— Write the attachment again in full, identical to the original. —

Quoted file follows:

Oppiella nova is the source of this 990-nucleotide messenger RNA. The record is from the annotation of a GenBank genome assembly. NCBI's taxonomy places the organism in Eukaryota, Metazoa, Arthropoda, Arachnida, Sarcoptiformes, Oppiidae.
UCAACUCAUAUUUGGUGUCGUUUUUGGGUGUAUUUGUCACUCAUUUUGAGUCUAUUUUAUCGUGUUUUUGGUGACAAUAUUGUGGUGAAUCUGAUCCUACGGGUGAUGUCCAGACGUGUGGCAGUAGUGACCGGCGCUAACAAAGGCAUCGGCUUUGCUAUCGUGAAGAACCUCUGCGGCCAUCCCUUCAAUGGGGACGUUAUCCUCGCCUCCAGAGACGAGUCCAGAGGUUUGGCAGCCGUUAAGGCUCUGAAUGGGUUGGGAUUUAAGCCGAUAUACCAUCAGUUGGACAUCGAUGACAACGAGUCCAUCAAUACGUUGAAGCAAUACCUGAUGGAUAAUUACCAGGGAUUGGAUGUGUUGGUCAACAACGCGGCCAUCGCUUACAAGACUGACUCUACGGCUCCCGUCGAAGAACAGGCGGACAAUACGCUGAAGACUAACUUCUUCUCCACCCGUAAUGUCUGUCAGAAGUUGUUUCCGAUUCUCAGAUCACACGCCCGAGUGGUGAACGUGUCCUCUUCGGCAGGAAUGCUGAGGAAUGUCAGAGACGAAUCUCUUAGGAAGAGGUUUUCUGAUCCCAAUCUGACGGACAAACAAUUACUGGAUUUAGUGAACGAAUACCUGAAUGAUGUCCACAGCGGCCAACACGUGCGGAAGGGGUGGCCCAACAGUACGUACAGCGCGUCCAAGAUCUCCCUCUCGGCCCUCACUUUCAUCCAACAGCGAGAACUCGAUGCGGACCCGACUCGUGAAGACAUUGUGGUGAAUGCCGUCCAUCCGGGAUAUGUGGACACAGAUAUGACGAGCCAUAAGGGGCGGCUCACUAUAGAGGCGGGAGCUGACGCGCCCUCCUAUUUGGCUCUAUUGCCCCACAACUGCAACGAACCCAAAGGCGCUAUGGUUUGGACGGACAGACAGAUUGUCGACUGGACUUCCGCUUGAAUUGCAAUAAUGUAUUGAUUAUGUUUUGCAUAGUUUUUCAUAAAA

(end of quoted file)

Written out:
Oppiella nova is the source of this 990-nucleotide messenger RNA. The record is from the annotation of a GenBank genome assembly. NCBI's taxonomy places the organism in Eukaryota, Metazoa, Arthropoda, Arachnida, Sarcoptiformes, Oppiidae.
UCAACUCAUAUUUGGUGUCGUUUUUGGGUGUAUUUGUCACUCAUUUUGAGUCUAUUUUAUCGUGUUUUUGGUGACAAUAUUGUGGUGAAUCUGAUCCUACGGGUGAUGUCCAGACGUGUGGCAGUAGUGACCGGCGCUAACAAAGGCAUCGGCUUUGCUAUCGUGAAGAACCUCUGCGGCCAUCCCUUCAAUGGGGACGUUAUCCUCGCCUCCAGAGACGAGUCCAGAGGUUUGGCAGCCGUUAAGGCUCUGAAUGGGUUGGGAUUUAAGCCGAUAUACCAUCAGUUGGACAUCGAUGACAACGAGUCCAUCAAUACGUUGAAGCAAUACCUGAUGGAUAAUUACCAGGGAUUGGAUGUGUUGGUCAACAACGCGGCCAUCGCUUACAAGACUGACUCUACGGCUCCCGUCGAAGAACAGGCGGACAAUACGCUGAAGACUAACUUCUUCUCCACCCGUAAUGUCUGUCAGAAGUUGUUUCCGAUUCUCAGAUCACACGCCCGAGUGGUGAACGUGUCCUCUUCGGCAGGAAUGCUGAGGAAUGUCAGAGACGAAUCUCUUAGGAAGAGGUUUUCUGAUCCCAAUCUGACGGACAAACAAUUACUGGAUUUAGUGAACGAAUACCUGAAUGAUGUCCACAGCGGCCAACACGUGCGGAAGGGGUGGCCCAACAGUACGUACAGCGCGUCCAAGAUCUCCCUCUCGGCCCUCACUUUCAUCCAACAGCGAGAACUCGAUGCGGACCCGACUCGUGAAGACAUUGUGGUGAAUGCCGUCCAUCCGGGAUAUGUGGACACAGAUAUGACGAGCCAUAAGGGGCGGCUCACUAUAGAGGCGGGAGCUGACGCGCCCUCCUAUUUGGCUCUAUUGCCCCACAACUGCAACGAACCCAAAGGCGCUAUGGUUUGGACGGACAGACAGAUUGUCGACUGGACUUCCGCUUGAAUUGCAAUAAUGUAUUGAUUAUGUUUUGCAUAGUUUUUCAUAAAA